Lullingstone Roman Villa

Temple Or Shrine and Villa

Lullingstone Roman Villa is a villa built during the Roman occupation of Britain, situated in Lullingstone near the village of Eynsford in Kent, south eastern England. The villa is located in the Darent Valley, along with six others, including those at Crofton, Crayford and Dartford. Originally built in the 1st century, the house was repeatedly expanded and occupied until it was destroyed by fire in the 4th or 5th century. The villa was occupied over various periods within the Romano-British period, but after its destruction, it is only thought to have been reoccupied during the Medieval Times.

The First Roman Villa at Lullingstone

The First Roman Villa at Lullingstone was constructed in the 1st century, perhaps around 80-90 AD, although, finds and soil horizons, suggest that there may have been earlier occupation on the site. The first known structure is a so-called winged-corridor house, a type of villa-house commonly found in Britain. The villa was built facing the river to the east and on that side a corridor or veranda linked wings on either side of a central living area, of four main rooms. A additional corridor ran along the back of the building. The occupants were most likely wealthy Romans or native Britons who had adopted Roman customs.

A Govenor’s Palace at Lullingstone Roman Villa

Some evidence found on site suggests that around AD 150, but perhaps as late as AD 180, the villa was considerably enlarged and may have been used as the country retreat of the governors of the Roman province of Britannia. Two sculpted marble busts found in the cellar may be those of Pertinax, governor in 185-186, and his father-in-law, Publius Helvius Successus.

A bath suite was built onto the villa-house to the south and was separated from it by a corridor with an external doorway at its western end. This suggested that the bath suite was used by people other than the immediate family of the owner.

The villa produced significant artistic finds including the Lullingstone Victory Gem and the busts.

The Temples of Lullingstone Roman Villa

The Basement Room – Shrine and Christian Chapel

Pagan Shrine or Cult Room – The northern wing room was built over a cellar, or ‘deep room’, which may have been used simply for storage but, judging from the number of access routes from within the house and outside, may have been from its inception a cult room. The room was probably related to the worship of a water deity or the veneration of water nymphs, with a small well or cistern located in the middle of the floor. The room had wall paintings, including a picture of three water nymphs in a niche, which was protected from damage when the niche was later filled with stone and mortar. The two entrances into the cellar from within the house and the east verandah were blocked, and access was now only by steps at the north-west corner of the cellar, which were in turn reached by three sets of steps. Two of these gave access from outside the building on the western and eastern sides, while the third originated within the new northern range. The external access suggests that people from outside the immediate family were involved in the cult practised here.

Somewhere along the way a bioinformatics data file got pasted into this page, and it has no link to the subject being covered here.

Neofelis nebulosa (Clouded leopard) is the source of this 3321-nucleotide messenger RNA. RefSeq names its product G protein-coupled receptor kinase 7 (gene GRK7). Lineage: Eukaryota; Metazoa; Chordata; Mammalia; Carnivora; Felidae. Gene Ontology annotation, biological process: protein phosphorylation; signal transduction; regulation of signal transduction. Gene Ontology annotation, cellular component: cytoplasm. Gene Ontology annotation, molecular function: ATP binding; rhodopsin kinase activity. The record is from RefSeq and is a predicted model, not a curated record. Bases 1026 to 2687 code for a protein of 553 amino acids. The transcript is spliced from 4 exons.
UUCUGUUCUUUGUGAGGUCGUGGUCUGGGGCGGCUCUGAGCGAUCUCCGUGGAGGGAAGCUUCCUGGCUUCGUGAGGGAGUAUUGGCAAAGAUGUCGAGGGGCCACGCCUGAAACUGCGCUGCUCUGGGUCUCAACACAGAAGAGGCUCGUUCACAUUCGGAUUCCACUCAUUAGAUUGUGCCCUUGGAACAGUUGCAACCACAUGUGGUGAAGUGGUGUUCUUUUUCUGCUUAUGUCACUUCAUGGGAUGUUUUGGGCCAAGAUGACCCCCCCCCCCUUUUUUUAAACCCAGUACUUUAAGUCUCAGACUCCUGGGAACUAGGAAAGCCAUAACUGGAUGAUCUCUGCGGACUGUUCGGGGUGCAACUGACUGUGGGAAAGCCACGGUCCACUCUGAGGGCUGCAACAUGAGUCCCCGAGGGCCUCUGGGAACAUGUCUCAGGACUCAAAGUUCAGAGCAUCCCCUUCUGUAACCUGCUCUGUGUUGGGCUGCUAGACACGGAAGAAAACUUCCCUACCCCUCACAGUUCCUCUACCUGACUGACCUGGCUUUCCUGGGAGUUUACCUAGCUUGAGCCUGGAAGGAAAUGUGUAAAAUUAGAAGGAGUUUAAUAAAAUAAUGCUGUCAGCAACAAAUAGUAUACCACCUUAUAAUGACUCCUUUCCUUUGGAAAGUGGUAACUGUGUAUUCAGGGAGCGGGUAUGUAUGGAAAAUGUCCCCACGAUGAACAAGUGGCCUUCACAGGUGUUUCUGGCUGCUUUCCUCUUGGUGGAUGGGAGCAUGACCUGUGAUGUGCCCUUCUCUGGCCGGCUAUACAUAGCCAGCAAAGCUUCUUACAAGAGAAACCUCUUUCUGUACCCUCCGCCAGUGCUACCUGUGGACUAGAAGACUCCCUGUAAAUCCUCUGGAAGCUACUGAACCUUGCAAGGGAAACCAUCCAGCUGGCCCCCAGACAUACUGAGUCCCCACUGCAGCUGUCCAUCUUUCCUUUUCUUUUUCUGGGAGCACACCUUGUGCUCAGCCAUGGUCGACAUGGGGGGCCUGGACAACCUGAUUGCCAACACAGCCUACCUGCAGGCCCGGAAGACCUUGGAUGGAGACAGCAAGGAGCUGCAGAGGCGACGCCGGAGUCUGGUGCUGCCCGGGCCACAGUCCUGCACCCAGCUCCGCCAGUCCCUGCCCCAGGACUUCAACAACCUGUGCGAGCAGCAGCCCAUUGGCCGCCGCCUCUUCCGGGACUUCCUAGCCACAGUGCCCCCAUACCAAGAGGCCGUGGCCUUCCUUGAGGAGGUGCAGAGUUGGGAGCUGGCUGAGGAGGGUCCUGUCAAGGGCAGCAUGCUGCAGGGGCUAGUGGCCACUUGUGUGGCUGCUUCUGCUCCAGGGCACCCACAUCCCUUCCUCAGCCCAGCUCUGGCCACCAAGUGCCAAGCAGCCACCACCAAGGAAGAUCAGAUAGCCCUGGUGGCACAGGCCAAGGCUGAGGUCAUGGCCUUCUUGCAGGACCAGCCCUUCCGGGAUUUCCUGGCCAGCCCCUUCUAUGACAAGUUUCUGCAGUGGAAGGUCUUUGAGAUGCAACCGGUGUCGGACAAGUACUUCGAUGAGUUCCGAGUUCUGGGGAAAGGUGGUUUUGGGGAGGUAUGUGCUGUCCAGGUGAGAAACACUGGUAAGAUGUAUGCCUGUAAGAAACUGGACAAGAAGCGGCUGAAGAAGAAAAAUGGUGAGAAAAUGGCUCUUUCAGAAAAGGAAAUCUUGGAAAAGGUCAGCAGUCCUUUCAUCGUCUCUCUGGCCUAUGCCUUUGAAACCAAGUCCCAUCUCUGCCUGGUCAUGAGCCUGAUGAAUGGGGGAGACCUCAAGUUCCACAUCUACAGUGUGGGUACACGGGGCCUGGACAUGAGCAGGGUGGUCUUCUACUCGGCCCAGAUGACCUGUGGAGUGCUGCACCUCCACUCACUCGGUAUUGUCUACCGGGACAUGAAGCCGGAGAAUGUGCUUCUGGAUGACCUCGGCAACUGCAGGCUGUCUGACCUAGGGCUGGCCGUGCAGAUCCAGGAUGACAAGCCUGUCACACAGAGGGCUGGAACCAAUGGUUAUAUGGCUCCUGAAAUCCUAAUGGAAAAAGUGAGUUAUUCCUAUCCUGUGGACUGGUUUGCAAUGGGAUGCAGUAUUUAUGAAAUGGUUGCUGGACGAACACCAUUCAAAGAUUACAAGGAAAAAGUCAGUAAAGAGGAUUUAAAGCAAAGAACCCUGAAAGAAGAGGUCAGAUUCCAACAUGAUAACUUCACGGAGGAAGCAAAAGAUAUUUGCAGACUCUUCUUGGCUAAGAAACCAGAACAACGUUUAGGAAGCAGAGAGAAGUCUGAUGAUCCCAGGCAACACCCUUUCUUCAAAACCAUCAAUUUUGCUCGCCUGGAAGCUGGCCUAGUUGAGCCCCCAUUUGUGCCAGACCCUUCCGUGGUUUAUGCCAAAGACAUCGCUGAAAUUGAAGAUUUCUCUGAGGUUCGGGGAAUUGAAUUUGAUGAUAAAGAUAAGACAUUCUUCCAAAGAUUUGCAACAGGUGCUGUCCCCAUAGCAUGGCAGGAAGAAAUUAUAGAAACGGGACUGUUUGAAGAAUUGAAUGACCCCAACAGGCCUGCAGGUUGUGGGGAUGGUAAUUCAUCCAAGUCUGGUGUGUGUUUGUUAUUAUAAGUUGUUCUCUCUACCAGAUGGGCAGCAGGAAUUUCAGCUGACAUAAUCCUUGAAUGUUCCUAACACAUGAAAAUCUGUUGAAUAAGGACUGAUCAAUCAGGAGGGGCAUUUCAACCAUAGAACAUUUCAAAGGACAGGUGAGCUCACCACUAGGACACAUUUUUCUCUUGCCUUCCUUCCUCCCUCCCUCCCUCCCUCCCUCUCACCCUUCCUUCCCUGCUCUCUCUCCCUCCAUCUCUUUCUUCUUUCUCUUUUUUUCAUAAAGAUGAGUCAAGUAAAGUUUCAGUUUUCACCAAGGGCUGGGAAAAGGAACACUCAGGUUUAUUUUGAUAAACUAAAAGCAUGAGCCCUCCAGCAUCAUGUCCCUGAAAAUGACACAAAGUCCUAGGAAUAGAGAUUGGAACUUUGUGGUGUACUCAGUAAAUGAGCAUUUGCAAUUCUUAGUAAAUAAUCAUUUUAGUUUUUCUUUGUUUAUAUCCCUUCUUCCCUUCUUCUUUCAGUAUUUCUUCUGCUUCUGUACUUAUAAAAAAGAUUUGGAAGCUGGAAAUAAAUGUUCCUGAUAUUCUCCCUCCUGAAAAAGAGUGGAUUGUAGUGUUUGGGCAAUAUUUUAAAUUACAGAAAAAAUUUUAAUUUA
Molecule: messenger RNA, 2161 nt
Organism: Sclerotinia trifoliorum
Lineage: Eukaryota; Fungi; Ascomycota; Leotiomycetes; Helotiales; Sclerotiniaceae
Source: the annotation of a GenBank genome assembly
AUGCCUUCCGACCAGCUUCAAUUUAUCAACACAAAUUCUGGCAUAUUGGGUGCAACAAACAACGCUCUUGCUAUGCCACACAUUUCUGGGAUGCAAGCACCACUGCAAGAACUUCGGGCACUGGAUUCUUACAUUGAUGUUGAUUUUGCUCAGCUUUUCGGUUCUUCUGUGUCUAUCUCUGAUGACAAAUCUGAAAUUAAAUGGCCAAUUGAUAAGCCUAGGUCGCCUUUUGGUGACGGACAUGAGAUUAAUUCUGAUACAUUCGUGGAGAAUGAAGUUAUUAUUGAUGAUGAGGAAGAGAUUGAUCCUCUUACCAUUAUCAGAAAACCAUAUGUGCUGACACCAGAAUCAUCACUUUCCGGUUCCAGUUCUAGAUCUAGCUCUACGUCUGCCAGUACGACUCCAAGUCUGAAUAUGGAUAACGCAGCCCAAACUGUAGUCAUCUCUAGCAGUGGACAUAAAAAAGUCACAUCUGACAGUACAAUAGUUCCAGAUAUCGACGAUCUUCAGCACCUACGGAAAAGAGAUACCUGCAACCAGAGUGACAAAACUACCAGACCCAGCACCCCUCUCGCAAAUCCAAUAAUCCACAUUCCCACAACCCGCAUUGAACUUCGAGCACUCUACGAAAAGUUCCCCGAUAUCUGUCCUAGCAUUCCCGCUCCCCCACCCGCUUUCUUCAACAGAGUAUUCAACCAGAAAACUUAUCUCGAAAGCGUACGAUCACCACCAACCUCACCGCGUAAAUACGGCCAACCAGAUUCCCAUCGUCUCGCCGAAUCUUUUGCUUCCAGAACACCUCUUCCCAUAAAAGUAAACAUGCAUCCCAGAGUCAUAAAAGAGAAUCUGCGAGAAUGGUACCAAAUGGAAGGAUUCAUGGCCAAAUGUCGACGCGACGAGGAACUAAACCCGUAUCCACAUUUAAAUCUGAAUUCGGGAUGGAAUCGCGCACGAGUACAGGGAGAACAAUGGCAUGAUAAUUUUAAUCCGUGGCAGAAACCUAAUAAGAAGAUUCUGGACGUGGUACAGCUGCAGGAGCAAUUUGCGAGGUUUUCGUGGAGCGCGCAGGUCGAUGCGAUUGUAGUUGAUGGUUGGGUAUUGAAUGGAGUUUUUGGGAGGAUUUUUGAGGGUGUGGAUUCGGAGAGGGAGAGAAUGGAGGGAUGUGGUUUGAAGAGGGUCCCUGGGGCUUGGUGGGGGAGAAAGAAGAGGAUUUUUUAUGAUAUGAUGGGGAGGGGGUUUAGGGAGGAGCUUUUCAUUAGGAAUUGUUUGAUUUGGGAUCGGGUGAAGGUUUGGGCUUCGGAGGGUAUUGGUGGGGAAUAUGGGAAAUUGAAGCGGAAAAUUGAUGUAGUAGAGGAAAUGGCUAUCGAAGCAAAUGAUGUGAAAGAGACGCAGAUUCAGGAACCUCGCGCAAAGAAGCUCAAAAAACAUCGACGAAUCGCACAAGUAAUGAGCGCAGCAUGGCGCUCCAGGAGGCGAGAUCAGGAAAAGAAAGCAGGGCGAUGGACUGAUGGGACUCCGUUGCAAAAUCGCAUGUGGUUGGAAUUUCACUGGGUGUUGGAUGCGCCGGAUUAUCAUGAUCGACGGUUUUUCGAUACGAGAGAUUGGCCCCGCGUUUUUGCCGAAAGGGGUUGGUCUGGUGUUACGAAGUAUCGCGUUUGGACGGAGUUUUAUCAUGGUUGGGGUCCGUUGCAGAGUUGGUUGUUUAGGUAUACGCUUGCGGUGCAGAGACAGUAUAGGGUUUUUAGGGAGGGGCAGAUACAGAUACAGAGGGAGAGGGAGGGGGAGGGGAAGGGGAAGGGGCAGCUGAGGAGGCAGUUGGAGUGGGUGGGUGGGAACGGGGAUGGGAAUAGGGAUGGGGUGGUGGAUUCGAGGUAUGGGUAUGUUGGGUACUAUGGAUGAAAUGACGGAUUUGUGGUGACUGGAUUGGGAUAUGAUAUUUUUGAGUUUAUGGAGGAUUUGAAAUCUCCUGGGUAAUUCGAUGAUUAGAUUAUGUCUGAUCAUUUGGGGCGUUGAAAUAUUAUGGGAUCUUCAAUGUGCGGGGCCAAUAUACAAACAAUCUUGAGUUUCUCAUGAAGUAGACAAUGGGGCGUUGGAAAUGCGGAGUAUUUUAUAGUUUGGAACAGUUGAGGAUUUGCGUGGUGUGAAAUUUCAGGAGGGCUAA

Christian chapel –In the 4th century a room,the basement room was converted to a Christian chapel or house church, much the earliest known in the British Isles! The chapel chamber was decorated with a chi-rho monogram, one of the earliest Christian symbols, and a set of wall paintings that were interpreted as showing Christians at prayer. In the Anglo-Saxon period, the ruins of a Roman temple-mausoleum on the site of the villa were incorporated into a Christian chapel (Lullingstone Chapel) that was extant at the time of the Norman Conquest, one of the earliest known chapels in the country.

Suspected Romano-British Temple – Lullingstone 1

To the north of the house The portico of this “temple” measured 40 feet square with walls 2 feet thick, the inner “cella” measured 21 feet by 17 feet with walls 2½ feet thick; many voussior-stones of chalk point to a domed ceiling above the cella. The building faced south and was built c.300AD but by c.400 had fallen into decay, its roof collapsed and its furnishings rifled. (Type Ib)

This was a temple only in the sense that the cult of the dead was carried on in it, but as in plan and architecture it is identical with a Romano-British temple, and as such worship of the dead was one of the roots from which the Romano-British temple sprang, Lullingstone is included [among the square Romano-British temples].” (Lewis 1966, pp.2/3)

Possible Circular Temple – Lullingstone 2

This round building, 17½ ft. in outside diameter with walls only 1¼ ft. thick, had a roughly-tessallated floor and an entrance approached by a stairway on the east. The western part of the building held a rectangular area, screened-off from the rest of the interior by a plastered and painted partition, which may have served as a cella or sanctuary; a supposition which is supported by the building’s east-west orientation. This suspected temple lies just north of the stone-built Hadrianic villa and was contemporary with it.

References for Lullingstone Villa

  • Temples in Roman Britain by M.J.T. Lewis (Cambridge 1966).

Map References for Lullingstone Villa

NGRef: TQ5265 OSMap: LR177

Roman Roads near Lullingstone Villa

None identified

Sites near Lullingstone Roman Villa

Visiting Lullingstone Roman Villa


10:00 – 17:00


Adult £9.90

Address: Lullingstone Lane, Eynsford, Kent, DA4 0JA